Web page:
The Treaty of Versailles was signed exactly 100 years ago, ending World War I. To commemorate this centenary, we look at the reactions and the aftermath to the treaty with an extract from Prit Buttar's The Splintered Empires.
The former empire that harboured the greatest sense of grievance about the peace that was imposed upon Europe was Germany. Many Germans felt that their nation had been unfairly treated in the negotiations that led to the Treaty of Versailles; they did not accept that Germany was primarily to blame for the war, and resented the territorial losses that were imposed by the victorious Western Powers. There was an arguable case for Alsace and Lorraine being returned to French control, but it should be pointed out that this region was not as unequivocally French as has generally been stated – by the beginning of the 20th century, less than 12 per cent of the population spoke French as their first language.548 Even at the time of the Franco-Prussian War, Francophones made up less than half of the overall population. However, the anger in Germany at the loss of these territories was far less than the resentment at French occupation of the Saar region of Germany. The French had demanded this area as a territorial acquisition during the abortive peace talks between Vienna and Paris, and there was considerable concern in Germany that the French occupation of the Saar might become permanent.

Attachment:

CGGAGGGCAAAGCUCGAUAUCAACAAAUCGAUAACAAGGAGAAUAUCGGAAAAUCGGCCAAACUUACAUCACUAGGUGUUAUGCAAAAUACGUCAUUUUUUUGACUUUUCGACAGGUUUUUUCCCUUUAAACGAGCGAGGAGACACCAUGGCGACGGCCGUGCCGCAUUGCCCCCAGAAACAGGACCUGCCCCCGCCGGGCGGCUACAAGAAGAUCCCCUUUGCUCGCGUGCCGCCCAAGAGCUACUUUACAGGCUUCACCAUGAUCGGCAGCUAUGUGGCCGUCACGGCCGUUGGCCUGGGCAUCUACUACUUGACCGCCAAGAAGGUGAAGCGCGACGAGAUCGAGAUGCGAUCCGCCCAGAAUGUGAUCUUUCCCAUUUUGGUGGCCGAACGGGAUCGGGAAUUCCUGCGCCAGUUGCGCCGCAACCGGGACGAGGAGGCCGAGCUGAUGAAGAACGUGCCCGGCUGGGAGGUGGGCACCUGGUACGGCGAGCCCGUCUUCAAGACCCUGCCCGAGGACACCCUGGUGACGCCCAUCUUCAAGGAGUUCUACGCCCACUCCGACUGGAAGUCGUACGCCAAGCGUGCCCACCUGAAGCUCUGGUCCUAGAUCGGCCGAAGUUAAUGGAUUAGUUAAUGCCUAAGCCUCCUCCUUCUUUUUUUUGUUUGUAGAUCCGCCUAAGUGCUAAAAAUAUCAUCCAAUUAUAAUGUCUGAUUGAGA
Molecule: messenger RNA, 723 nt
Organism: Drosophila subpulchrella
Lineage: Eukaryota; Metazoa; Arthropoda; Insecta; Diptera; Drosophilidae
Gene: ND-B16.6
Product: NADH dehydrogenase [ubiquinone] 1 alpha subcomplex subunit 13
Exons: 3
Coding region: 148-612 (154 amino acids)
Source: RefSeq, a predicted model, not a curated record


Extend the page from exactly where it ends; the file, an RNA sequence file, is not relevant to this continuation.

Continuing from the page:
The loss of territory in the east was also the source of great resentment. Two Baltic cities – Memel, to the north of East Prussia, and Danzig, to its west – were removed from German control, even though the majority of their population was unequivocally German. In both cases, the surrounding countryside was predominantly non-German, and as has already been described, the Lithuanians took advantage of this to seize the entire Memelland region and gain access to the Baltic. The Poles were keen to secure control of Danzig, but although Woodrow Wilson had assured the Poles that he supported the right of the new Poland to have a Baltic port, it is likely that he had intended this to be by union with Lithuania. Instead, Danzig was declared a free city and the Poles were given control of a corridor of land running past Danzig to the coast immediately to the north. Here, they rapidly developed the minor port of Gdynia into a new maritime centre. The existence of this corridor resulted in East Prussia being left isolated from the rest of Germany. This region, undeniably German in its history, culture and population, had always been a predominantly agricultural area, and there were constant doubts that it would be able to survive in its new isolated state without one day becoming prey for an expansionist Poland. However, when the southern part of East Prussia – the Masurian region, where there was heavy fighting in 1914 and 1915 – was offered a plebiscite in 1920 to decide whether it would be part of Poland or Germany, the result was overwhelmingly in favour of the latter. The Poles protested that there had been widespread intimidation by German police and paramilitary groups, and that results had been falsified, but it seems that many Poles genuinely preferred to be part of Germany rather than Poland; the vote took place in July, when there was a very real threat of Tukhachevsky’s armies reaching Warsaw, and many may have felt that they would be safer under German control rather than potentially once more being under the Russian yoke.